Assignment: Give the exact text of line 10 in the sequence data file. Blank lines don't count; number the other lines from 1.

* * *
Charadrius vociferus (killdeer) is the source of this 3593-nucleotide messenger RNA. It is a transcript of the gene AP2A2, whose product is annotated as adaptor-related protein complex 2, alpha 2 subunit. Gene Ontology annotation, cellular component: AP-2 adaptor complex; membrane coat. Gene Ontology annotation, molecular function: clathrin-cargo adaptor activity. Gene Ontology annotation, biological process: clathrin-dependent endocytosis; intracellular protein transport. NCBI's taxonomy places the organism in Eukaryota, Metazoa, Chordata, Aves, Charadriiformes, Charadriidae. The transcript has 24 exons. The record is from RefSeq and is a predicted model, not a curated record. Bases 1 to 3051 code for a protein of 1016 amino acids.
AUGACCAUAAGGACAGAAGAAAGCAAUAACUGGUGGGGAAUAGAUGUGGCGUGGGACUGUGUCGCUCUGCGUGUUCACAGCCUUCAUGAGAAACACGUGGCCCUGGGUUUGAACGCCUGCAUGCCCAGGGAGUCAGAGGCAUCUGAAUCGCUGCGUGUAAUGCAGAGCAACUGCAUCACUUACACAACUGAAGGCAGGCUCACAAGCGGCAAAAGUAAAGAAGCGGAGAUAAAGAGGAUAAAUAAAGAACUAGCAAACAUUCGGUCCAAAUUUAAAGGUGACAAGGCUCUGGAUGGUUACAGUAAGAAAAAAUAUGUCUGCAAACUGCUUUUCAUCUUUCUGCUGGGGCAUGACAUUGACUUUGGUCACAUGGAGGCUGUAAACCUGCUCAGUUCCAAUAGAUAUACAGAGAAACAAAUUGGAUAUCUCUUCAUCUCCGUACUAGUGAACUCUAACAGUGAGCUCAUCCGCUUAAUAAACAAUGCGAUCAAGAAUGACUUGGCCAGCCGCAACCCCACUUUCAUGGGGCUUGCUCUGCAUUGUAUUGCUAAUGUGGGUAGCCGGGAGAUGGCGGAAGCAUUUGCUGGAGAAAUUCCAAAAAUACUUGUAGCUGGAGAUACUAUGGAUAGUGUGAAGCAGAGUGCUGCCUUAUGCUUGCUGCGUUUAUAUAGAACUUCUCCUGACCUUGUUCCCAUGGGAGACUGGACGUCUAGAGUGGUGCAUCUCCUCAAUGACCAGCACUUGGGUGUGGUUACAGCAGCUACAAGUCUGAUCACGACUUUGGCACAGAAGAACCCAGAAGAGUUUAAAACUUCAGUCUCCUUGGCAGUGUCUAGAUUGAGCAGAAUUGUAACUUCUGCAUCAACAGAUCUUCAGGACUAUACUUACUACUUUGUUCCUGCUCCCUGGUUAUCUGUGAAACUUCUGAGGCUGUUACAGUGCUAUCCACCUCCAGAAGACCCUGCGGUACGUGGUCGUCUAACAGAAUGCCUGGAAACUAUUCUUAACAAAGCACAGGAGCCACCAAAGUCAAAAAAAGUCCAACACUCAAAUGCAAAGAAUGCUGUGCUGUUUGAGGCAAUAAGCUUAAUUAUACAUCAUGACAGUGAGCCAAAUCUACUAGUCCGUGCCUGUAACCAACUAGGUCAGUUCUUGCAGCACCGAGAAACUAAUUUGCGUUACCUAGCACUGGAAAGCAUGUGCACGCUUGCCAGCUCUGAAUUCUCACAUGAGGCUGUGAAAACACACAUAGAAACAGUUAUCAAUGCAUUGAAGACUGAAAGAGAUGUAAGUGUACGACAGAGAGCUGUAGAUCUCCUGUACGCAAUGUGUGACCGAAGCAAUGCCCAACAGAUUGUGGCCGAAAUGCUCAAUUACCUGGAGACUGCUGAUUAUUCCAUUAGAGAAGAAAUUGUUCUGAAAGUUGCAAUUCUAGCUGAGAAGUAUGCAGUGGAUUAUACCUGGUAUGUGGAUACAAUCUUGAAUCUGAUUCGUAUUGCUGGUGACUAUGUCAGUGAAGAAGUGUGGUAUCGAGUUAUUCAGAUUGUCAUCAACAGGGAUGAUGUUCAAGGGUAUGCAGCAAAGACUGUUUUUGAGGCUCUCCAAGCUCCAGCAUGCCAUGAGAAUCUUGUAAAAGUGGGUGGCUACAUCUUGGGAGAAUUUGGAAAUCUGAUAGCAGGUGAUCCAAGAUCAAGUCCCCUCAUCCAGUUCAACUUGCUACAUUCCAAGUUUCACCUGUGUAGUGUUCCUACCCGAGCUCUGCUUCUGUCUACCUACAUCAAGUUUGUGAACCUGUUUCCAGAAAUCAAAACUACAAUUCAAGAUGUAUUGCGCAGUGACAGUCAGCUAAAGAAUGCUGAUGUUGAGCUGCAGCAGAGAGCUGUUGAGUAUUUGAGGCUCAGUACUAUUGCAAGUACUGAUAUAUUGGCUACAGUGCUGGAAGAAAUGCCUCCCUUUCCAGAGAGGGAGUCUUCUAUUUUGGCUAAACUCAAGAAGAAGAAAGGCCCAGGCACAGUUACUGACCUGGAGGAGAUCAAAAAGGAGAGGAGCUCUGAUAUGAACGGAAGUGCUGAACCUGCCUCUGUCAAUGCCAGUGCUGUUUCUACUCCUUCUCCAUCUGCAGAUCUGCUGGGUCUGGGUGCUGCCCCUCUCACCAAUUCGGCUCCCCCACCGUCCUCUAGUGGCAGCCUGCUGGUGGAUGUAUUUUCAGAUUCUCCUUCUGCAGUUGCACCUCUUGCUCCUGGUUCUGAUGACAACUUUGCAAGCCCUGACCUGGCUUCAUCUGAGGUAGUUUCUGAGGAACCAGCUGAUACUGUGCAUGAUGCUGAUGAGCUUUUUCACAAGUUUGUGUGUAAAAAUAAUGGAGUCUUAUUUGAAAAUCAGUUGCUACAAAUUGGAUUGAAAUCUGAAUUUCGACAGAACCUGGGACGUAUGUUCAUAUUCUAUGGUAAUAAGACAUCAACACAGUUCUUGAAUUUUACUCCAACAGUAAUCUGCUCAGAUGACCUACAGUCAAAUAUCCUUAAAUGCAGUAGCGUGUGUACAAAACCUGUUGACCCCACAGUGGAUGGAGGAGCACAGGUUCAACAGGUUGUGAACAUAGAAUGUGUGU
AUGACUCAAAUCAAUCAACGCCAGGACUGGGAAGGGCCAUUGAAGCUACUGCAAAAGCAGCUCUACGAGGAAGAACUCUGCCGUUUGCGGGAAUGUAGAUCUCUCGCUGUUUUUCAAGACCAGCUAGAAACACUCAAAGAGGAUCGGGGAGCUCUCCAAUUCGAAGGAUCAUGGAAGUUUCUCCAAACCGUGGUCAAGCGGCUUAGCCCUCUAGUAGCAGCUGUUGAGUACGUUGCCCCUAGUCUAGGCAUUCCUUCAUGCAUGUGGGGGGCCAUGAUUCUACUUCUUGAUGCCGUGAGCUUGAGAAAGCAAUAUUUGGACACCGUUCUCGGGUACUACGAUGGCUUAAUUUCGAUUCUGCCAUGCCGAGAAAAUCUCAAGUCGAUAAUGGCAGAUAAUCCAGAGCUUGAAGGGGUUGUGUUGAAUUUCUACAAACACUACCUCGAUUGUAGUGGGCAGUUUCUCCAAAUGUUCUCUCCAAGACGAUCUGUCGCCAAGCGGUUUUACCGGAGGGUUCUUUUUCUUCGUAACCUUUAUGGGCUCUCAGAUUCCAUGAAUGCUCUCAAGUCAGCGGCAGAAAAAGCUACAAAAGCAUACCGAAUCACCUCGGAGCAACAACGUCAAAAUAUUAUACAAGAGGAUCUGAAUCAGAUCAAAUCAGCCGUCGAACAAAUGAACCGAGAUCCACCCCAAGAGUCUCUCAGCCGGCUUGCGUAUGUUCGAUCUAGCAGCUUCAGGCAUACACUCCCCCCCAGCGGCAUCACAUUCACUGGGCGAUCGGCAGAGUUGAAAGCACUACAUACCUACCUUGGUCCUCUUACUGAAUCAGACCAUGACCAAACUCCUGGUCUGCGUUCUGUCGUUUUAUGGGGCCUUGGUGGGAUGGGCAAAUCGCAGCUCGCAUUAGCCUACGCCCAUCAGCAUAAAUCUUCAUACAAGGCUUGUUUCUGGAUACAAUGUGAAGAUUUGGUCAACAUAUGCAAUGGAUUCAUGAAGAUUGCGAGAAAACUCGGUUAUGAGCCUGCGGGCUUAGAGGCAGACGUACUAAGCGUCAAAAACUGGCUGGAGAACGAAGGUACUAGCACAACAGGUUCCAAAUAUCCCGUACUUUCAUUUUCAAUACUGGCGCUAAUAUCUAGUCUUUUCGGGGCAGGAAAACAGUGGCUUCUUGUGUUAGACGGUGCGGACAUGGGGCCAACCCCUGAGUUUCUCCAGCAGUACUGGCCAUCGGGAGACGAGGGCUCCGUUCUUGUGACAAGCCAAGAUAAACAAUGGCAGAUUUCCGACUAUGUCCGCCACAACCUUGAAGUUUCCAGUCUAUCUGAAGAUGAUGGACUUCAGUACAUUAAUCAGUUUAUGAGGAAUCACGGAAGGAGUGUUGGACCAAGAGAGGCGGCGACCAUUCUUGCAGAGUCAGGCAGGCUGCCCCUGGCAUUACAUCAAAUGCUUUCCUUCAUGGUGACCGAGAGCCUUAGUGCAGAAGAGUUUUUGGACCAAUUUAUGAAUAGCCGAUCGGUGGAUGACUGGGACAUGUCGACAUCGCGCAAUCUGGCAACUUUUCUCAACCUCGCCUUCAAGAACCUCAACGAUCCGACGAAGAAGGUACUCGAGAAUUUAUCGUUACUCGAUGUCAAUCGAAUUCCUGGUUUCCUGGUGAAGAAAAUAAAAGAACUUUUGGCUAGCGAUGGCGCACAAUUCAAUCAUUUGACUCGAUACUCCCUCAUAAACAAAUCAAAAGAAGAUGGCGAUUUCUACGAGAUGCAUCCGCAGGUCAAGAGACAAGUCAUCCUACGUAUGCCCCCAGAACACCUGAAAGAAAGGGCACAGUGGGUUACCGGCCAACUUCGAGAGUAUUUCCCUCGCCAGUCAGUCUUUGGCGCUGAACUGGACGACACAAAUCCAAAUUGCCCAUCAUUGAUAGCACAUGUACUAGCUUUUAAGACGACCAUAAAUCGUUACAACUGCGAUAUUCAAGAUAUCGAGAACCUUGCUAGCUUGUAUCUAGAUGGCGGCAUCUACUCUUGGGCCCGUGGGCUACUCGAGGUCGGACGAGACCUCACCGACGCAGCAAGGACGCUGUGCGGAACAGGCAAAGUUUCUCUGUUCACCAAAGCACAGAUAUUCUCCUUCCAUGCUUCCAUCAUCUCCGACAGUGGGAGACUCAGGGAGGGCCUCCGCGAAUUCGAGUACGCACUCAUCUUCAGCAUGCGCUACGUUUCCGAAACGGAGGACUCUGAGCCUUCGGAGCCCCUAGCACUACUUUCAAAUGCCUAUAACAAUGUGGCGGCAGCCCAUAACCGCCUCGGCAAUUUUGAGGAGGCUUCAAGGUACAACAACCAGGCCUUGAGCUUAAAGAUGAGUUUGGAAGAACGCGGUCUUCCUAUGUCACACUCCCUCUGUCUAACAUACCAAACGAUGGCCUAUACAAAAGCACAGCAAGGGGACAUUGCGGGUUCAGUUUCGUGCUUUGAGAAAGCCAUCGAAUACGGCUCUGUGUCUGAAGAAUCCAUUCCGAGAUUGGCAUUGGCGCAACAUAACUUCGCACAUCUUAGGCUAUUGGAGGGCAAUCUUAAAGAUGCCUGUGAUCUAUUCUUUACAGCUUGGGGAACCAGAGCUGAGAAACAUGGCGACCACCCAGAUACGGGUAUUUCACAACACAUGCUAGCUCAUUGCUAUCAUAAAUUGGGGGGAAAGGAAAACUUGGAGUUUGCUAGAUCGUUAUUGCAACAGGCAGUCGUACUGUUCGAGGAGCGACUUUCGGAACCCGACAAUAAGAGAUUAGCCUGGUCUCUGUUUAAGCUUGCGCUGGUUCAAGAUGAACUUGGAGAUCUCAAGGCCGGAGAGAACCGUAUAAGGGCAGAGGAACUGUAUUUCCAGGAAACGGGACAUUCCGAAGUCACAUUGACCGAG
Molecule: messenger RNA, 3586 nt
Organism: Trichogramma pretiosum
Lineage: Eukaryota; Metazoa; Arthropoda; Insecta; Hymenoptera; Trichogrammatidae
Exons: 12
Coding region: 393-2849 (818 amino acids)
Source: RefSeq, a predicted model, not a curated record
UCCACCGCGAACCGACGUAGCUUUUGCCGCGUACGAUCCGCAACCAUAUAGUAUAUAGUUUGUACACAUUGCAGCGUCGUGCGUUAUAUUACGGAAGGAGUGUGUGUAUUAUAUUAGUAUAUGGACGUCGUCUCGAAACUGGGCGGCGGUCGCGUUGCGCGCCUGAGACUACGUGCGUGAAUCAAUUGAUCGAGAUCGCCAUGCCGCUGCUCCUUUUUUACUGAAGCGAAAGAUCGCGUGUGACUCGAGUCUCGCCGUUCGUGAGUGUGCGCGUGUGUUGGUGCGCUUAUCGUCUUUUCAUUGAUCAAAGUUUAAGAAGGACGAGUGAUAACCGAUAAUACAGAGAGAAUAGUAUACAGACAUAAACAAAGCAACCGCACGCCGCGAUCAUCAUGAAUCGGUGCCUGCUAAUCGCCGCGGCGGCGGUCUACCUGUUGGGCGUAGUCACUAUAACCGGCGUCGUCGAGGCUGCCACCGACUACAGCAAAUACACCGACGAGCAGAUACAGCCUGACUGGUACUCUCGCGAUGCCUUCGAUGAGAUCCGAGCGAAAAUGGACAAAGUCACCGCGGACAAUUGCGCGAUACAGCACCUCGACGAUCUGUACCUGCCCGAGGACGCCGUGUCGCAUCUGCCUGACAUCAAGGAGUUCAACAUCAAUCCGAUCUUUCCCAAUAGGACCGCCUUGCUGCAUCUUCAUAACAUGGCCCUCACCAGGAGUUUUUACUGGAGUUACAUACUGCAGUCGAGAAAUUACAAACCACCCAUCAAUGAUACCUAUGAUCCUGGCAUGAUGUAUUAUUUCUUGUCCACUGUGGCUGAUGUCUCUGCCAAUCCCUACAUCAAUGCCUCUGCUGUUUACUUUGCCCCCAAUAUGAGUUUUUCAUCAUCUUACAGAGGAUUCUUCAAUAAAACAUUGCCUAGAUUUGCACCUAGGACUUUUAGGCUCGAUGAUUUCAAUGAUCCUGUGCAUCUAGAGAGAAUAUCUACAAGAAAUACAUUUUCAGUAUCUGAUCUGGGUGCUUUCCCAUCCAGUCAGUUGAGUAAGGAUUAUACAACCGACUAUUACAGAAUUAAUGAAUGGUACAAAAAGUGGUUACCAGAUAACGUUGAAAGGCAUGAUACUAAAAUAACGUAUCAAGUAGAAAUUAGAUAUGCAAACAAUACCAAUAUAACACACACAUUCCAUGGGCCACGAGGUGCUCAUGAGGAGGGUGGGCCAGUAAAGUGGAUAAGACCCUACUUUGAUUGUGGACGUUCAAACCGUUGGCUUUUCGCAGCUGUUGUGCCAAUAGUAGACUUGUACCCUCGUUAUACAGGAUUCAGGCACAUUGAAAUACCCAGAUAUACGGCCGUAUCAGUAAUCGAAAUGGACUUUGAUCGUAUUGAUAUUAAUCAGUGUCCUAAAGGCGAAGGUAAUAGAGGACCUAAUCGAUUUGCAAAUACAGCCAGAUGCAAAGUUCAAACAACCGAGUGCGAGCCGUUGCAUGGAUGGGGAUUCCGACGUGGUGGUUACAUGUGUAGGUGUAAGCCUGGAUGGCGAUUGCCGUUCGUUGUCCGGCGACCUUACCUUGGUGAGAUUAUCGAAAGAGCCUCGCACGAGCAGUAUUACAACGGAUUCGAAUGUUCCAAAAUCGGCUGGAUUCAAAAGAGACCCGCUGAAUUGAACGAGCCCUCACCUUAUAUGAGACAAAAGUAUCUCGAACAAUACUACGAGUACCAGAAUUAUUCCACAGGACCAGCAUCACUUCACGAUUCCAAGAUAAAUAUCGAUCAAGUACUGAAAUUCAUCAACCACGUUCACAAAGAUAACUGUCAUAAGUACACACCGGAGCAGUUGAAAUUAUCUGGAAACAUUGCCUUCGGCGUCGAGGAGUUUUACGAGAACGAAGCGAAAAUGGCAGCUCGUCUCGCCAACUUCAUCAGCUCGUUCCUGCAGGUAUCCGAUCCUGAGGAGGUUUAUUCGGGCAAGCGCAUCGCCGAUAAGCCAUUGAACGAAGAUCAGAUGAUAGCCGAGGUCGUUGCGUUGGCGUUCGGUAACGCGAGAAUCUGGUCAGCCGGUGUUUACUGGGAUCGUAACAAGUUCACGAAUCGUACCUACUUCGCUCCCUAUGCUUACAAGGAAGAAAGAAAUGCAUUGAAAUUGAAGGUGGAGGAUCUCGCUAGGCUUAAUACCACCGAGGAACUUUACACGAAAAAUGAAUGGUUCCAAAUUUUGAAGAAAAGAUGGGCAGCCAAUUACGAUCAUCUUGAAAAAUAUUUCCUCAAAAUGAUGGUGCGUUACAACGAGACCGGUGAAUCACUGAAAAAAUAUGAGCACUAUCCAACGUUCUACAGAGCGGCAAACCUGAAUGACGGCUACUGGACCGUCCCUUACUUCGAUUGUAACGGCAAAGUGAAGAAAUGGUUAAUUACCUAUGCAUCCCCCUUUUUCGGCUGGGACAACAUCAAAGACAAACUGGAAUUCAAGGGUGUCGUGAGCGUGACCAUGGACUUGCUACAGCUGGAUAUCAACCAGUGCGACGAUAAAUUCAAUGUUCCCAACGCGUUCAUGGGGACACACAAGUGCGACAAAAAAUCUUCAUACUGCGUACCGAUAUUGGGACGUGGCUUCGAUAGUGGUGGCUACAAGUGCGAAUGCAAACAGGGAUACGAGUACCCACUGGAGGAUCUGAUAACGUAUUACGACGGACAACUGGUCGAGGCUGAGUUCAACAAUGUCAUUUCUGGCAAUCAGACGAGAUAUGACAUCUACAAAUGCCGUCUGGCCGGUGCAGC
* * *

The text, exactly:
UCCACCGCGAACCGACGUAGCUUUUGCCGCGUACGAUCCGCAACCAUAUAGUAUAUAGUUUGUACACAUUGCAGCGUCGUGCGUUAUAUUACGGAAGGAGUGUGUGUAUUAUAUUAGUAUAUGGACGUCGUCUCGAAACUGGGCGGCGGUCGCGUUGCGCGCCUGAGACUACGUGCGUGAAUCAAUUGAUCGAGAUCGCCAUGCCGCUGCUCCUUUUUUACUGAAGCGAAAGAUCGCGUGUGACUCGAGUCUCGCCGUUCGUGAGUGUGCGCGUGUGUUGGUGCGCUUAUCGUCUUUUCAUUGAUCAAAGUUUAAGAAGGACGAGUGAUAACCGAUAAUACAGAGAGAAUAGUAUACAGACAUAAACAAAGCAACCGCACGCCGCGAUCAUCAUGAAUCGGUGCCUGCUAAUCGCCGCGGCGGCGGUCUACCUGUUGGGCGUAGUCACUAUAACCGGCGUCGUCGAGGCUGCCACCGACUACAGCAAAUACACCGACGAGCAGAUACAGCCUGACUGGUACUCUCGCGAUGCCUUCGAUGAGAUCCGAGCGAAAAUGGACAAAGUCACCGCGGACAAUUGCGCGAUACAGCACCUCGACGAUCUGUACCUGCCCGAGGACGCCGUGUCGCAUCUGCCUGACAUCAAGGAGUUCAACAUCAAUCCGAUCUUUCCCAAUAGGACCGCCUUGCUGCAUCUUCAUAACAUGGCCCUCACCAGGAGUUUUUACUGGAGUUACAUACUGCAGUCGAGAAAUUACAAACCACCCAUCAAUGAUACCUAUGAUCCUGGCAUGAUGUAUUAUUUCUUGUCCACUGUGGCUGAUGUCUCUGCCAAUCCCUACAUCAAUGCCUCUGCUGUUUACUUUGCCCCCAAUAUGAGUUUUUCAUCAUCUUACAGAGGAUUCUUCAAUAAAACAUUGCCUAGAUUUGCACCUAGGACUUUUAGGCUCGAUGAUUUCAAUGAUCCUGUGCAUCUAGAGAGAAUAUCUACAAGAAAUACAUUUUCAGUAUCUGAUCUGGGUGCUUUCCCAUCCAGUCAGUUGAGUAAGGAUUAUACAACCGACUAUUACAGAAUUAAUGAAUGGUACAAAAAGUGGUUACCAGAUAACGUUGAAAGGCAUGAUACUAAAAUAACGUAUCAAGUAGAAAUUAGAUAUGCAAACAAUACCAAUAUAACACACACAUUCCAUGGGCCACGAGGUGCUCAUGAGGAGGGUGGGCCAGUAAAGUGGAUAAGACCCUACUUUGAUUGUGGACGUUCAAACCGUUGGCUUUUCGCAGCUGUUGUGCCAAUAGUAGACUUGUACCCUCGUUAUACAGGAUUCAGGCACAUUGAAAUACCCAGAUAUACGGCCGUAUCAGUAAUCGAAAUGGACUUUGAUCGUAUUGAUAUUAAUCAGUGUCCUAAAGGCGAAGGUAAUAGAGGACCUAAUCGAUUUGCAAAUACAGCCAGAUGCAAAGUUCAAACAACCGAGUGCGAGCCGUUGCAUGGAUGGGGAUUCCGACGUGGUGGUUACAUGUGUAGGUGUAAGCCUGGAUGGCGAUUGCCGUUCGUUGUCCGGCGACCUUACCUUGGUGAGAUUAUCGAAAGAGCCUCGCACGAGCAGUAUUACAACGGAUUCGAAUGUUCCAAAAUCGGCUGGAUUCAAAAGAGACCCGCUGAAUUGAACGAGCCCUCACCUUAUAUGAGACAAAAGUAUCUCGAACAAUACUACGAGUACCAGAAUUAUUCCACAGGACCAGCAUCACUUCACGAUUCCAAGAUAAAUAUCGAUCAAGUACUGAAAUUCAUCAACCACGUUCACAAAGAUAACUGUCAUAAGUACACACCGGAGCAGUUGAAAUUAUCUGGAAACAUUGCCUUCGGCGUCGAGGAGUUUUACGAGAACGAAGCGAAAAUGGCAGCUCGUCUCGCCAACUUCAUCAGCUCGUUCCUGCAGGUAUCCGAUCCUGAGGAGGUUUAUUCGGGCAAGCGCAUCGCCGAUAAGCCAUUGAACGAAGAUCAGAUGAUAGCCGAGGUCGUUGCGUUGGCGUUCGGUAACGCGAGAAUCUGGUCAGCCGGUGUUUACUGGGAUCGUAACAAGUUCACGAAUCGUACCUACUUCGCUCCCUAUGCUUACAAGGAAGAAAGAAAUGCAUUGAAAUUGAAGGUGGAGGAUCUCGCUAGGCUUAAUACCACCGAGGAACUUUACACGAAAAAUGAAUGGUUCCAAAUUUUGAAGAAAAGAUGGGCAGCCAAUUACGAUCAUCUUGAAAAAUAUUUCCUCAAAAUGAUGGUGCGUUACAACGAGACCGGUGAAUCACUGAAAAAAUAUGAGCACUAUCCAACGUUCUACAGAGCGGCAAACCUGAAUGACGGCUACUGGACCGUCCCUUACUUCGAUUGUAACGGCAAAGUGAAGAAAUGGUUAAUUACCUAUGCAUCCCCCUUUUUCGGCUGGGACAACAUCAAAGACAAACUGGAAUUCAAGGGUGUCGUGAGCGUGACCAUGGACUUGCUACAGCUGGAUAUCAACCAGUGCGACGAUAAAUUCAAUGUUCCCAACGCGUUCAUGGGGACACACAAGUGCGACAAAAAAUCUUCAUACUGCGUACCGAUAUUGGGACGUGGCUUCGAUAGUGGUGGCUACAAGUGCGAAUGCAAACAGGGAUACGAGUACCCACUGGAGGAUCUGAUAACGUAUUACGACGGACAACUGGUCGAGGCUGAGUUCAACAAUGUCAUUUCUGGCAAUCAGACGAGAUAUGACAUCUACAAAUGCCGUCUGGCCGGUGCAGC